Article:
JO: yes

H: you see, I actually …I didn’t [ ]

JO: we’ve been talking 12 minutes and you haven’t mentioned it …

L: Did you vote?

S: I did

JO: I didn’t lead you …

H: I done my first vote …

JO: I was trying to see whether it was …

L: no

H: I’ll be honest with you … I done my first vote about two years ago

L: my God

H: … and the reason I did that and I have this argument with people on a daily basis … is because people go “yes .. you’ve got to vote to make changes” and yes this person is going to come into power … every person I’ve seen who comes into power is not actually the person who makes the decisions … there’s a higher government above him that actually pulls the strings and these are just puppets … like Donald Trump … they’re just puppets …

that are for the media … you know … for show … but do you think they actually go “ok, well this is the decision we’re going to do and that’s going to happen” … It’s not .. and I know that for a fact so .. when people say “why don’t you vote?” I go “because it’s not even them … it’s a higher government that actually makes all the decisions” … you’ve got

like the Rothschilds and the banks all around the world … they’re the people that make the elite that make all the decisions so sometimes your vote doesn’t count and sometimes it does go [ ] … so when people do ask me why don’t I vote, that’s my response.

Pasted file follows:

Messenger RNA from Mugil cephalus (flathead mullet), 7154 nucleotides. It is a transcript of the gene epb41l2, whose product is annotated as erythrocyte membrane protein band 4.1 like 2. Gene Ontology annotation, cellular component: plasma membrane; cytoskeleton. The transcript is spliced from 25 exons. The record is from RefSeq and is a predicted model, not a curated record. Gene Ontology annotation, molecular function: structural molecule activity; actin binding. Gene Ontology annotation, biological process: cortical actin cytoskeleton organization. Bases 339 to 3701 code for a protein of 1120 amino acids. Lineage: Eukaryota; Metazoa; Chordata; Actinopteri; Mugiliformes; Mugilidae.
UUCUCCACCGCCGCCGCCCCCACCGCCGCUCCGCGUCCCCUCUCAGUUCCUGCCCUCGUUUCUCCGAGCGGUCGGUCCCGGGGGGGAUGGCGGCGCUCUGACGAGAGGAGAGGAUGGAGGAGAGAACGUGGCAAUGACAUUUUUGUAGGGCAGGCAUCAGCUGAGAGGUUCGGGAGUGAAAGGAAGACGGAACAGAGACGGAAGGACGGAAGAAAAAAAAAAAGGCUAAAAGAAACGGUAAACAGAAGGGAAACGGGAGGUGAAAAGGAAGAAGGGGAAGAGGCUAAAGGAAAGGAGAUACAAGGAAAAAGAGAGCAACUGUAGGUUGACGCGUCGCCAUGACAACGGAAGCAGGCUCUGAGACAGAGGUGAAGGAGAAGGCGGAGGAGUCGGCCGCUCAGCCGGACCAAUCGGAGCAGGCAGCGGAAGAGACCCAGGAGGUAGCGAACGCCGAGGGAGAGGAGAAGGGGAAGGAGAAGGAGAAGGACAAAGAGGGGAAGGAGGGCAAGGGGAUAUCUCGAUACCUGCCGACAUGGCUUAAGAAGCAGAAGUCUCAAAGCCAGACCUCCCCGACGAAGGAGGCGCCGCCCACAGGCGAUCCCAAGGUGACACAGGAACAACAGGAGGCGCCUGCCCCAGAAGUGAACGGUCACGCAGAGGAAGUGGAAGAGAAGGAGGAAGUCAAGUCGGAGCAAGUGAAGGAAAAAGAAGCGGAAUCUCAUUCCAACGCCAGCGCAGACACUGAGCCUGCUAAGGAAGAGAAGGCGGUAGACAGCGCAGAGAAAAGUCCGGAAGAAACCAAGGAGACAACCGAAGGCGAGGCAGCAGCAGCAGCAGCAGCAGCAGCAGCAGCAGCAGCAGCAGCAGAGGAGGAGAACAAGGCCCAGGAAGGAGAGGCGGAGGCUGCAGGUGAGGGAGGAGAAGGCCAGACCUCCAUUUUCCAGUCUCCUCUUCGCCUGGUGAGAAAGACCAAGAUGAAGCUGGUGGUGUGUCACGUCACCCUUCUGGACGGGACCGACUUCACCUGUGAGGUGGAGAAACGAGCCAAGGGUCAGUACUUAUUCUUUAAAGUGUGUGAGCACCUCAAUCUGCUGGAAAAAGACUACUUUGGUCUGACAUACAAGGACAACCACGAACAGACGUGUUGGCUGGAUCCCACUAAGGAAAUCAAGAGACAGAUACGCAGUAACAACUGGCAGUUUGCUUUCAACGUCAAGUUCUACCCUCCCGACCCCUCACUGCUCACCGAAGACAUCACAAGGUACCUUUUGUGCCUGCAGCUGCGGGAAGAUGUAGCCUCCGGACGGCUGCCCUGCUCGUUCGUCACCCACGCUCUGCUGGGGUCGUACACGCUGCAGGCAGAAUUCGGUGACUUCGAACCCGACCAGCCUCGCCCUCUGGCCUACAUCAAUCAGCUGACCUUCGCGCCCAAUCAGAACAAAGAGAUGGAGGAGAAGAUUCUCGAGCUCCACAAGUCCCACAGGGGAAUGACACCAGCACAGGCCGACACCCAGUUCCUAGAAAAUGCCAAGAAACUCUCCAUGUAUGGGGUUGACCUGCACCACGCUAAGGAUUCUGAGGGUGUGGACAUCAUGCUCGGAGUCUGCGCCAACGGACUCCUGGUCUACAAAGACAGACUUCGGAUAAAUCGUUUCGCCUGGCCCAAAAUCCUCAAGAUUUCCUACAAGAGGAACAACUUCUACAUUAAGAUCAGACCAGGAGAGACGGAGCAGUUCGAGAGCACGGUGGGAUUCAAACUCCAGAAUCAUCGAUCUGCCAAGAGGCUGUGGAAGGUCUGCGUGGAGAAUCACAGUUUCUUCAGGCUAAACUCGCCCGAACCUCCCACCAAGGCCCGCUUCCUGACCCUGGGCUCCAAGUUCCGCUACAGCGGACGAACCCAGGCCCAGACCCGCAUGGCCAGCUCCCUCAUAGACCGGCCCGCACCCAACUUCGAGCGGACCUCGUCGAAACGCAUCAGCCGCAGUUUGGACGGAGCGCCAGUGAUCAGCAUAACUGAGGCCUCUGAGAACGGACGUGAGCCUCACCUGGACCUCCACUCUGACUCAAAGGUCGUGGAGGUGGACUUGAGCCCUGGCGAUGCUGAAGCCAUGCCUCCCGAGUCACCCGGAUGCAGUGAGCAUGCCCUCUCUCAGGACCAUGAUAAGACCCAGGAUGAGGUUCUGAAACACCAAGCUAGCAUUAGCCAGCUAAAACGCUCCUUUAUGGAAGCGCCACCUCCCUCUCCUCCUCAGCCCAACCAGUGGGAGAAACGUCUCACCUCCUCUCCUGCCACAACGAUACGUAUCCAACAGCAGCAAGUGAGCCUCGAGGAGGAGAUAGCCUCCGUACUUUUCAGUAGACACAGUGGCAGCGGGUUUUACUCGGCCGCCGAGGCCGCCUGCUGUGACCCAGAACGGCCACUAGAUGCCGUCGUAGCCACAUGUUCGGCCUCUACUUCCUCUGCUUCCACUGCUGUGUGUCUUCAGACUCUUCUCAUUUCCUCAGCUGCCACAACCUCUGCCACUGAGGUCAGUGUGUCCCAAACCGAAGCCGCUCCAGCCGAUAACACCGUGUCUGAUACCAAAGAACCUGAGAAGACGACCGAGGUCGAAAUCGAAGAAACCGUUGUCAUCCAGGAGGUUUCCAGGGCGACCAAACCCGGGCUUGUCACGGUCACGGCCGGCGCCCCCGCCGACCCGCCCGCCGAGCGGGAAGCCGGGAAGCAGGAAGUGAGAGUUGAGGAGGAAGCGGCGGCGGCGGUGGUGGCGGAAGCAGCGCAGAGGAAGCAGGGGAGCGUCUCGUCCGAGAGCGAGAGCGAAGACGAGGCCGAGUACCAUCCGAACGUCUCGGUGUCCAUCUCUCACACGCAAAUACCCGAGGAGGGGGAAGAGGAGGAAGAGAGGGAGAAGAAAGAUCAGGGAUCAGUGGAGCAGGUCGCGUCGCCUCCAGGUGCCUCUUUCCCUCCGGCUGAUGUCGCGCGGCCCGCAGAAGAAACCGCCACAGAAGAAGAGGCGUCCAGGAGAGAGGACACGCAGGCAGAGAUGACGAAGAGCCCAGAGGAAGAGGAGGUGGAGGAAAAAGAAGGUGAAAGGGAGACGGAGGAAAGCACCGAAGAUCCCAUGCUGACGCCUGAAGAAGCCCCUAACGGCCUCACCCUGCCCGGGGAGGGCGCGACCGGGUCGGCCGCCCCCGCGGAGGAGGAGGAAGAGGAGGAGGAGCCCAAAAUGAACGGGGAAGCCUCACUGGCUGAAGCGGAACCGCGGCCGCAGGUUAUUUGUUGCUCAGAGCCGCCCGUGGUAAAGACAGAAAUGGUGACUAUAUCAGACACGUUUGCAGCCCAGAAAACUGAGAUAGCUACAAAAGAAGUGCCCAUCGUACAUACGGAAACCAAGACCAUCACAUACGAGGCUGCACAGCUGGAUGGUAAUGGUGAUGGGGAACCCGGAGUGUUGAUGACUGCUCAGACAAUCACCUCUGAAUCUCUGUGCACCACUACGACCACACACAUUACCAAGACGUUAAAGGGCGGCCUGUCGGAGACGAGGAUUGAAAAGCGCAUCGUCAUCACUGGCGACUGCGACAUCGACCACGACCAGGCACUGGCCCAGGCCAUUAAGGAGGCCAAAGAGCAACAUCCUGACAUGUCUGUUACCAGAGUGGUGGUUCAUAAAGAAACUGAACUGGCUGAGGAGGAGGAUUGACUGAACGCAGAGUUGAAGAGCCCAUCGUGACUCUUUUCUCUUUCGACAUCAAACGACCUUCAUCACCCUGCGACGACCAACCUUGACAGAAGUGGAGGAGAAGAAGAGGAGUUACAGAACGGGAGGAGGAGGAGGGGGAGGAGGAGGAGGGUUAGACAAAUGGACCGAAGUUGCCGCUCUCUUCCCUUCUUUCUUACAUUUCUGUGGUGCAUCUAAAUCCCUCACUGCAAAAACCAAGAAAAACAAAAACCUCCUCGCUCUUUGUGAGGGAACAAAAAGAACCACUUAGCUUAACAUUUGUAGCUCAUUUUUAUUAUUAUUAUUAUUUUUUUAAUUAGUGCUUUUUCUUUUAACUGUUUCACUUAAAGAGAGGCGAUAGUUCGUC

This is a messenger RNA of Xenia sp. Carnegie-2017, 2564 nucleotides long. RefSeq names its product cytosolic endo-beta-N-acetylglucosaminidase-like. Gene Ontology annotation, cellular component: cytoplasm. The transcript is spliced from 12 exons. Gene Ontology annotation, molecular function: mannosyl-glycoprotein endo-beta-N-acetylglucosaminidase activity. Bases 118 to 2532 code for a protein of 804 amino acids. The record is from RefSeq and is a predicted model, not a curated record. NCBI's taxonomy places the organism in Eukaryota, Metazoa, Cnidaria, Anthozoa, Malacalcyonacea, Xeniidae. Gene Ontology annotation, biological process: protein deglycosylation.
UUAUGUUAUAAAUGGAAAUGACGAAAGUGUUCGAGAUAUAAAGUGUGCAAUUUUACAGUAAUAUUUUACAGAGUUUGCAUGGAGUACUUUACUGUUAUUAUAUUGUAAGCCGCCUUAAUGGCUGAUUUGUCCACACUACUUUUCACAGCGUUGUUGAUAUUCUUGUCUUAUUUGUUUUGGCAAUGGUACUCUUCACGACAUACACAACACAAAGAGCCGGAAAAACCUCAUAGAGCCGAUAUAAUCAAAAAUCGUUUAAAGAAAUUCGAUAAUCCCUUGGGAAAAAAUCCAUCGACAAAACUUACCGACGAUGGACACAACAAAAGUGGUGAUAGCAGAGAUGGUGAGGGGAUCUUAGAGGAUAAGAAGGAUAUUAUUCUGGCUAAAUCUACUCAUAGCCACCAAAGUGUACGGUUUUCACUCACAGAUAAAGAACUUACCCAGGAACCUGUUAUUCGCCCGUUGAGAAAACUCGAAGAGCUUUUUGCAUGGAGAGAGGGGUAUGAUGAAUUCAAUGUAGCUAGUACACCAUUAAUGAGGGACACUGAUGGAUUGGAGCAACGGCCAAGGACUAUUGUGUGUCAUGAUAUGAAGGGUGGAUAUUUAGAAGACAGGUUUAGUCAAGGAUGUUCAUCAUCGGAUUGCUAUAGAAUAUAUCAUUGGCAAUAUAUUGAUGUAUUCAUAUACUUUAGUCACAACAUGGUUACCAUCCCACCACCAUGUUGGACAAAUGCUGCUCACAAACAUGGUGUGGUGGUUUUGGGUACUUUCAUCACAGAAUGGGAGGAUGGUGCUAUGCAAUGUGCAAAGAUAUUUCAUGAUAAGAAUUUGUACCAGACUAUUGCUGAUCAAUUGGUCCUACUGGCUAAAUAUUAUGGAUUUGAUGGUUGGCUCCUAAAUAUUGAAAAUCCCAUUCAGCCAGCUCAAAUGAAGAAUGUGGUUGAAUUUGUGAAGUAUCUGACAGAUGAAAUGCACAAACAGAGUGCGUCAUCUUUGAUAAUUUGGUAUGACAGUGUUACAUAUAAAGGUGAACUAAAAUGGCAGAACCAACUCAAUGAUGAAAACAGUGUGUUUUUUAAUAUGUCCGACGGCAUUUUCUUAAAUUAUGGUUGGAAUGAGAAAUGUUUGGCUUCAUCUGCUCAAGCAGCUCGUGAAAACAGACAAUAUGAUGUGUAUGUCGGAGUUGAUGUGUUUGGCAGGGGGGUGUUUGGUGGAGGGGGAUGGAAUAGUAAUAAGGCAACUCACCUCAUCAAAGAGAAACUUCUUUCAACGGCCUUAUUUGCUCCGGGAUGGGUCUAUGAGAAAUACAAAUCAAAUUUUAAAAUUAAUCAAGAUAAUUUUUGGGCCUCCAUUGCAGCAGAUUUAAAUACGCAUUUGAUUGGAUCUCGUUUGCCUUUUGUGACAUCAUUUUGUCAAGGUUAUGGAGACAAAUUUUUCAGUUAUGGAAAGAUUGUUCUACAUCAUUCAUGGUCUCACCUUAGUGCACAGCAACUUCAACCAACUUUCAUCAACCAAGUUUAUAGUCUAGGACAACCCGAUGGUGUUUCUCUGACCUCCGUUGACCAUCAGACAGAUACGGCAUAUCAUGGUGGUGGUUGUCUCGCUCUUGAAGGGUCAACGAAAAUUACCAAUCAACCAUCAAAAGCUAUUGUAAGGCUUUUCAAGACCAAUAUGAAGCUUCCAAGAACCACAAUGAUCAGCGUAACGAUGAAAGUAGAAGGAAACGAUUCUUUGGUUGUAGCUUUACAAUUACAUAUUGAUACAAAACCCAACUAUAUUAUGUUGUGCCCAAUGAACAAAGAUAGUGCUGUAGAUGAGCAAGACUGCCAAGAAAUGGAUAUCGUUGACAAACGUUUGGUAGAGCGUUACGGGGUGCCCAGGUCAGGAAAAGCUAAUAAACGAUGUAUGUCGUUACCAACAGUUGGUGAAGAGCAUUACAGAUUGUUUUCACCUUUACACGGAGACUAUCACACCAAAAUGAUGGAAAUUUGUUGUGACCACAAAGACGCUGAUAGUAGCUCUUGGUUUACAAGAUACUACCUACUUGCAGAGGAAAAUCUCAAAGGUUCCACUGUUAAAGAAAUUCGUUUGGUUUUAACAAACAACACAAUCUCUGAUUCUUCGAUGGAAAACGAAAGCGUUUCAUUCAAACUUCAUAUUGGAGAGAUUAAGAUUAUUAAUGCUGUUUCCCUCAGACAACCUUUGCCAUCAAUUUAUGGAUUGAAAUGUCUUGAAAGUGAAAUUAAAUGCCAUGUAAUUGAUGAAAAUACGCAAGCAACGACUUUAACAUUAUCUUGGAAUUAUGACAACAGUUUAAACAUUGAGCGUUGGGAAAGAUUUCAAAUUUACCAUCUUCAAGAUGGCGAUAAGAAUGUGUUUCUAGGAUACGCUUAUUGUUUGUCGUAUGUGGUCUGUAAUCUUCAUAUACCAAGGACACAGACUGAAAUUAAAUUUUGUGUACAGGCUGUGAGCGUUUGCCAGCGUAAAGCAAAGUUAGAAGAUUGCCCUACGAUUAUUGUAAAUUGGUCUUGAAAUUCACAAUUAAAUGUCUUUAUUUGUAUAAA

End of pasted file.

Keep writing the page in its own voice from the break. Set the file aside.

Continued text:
JO: It’s a question we need to come to an agreement on … so partly, I hope, as a result of all these sorts of conversations … ’cause I can put them all out there for people … and I’m also going to try and make my own mind up ’cause I’ve got to make a big decision about what I

do with my life … I’m at a little bit of a turning point … I want to come up with like a list of

these are the powers which it seems to me work … in combination …

All: yes

JO: like don’t just do this … it’s this plus this plus this …

All: yes .. that’s the thing

JO: I do think there’s some truth …. I won’t do it now but you’ll hear as I discuss it in the project … I do think there’s some truth to what you say but I also suspect … certainly not all politicians are the same … you know … if you pick out …

All: [ ] … you can’t always brush people off with the same brush [ ]

JO: and if the likes of us get into those positions, different things happen …

All: yes

JO: that’s not to say that they aren’t then engaged in a horrible fight with the likes of Rupert Murdoch and kind of forces you’re talking about, yes ….

All: yes …

JO: so, I think it’s that plus other stuff and I’m trying to work out what it is by talking to enough people and reading the literature

H: it’s definitely good to get a collection of like thoughts and opinions because then you kind of know what’s going on … what everyone’s thought process is about it all … so …

JO: I still think most of … most of our hearts are in the right place …

All: yes

JO: that’s my impression, walking around the country …

S: I think so …

JO: Good.

H: It’s interesting.

JO: Thanks very much.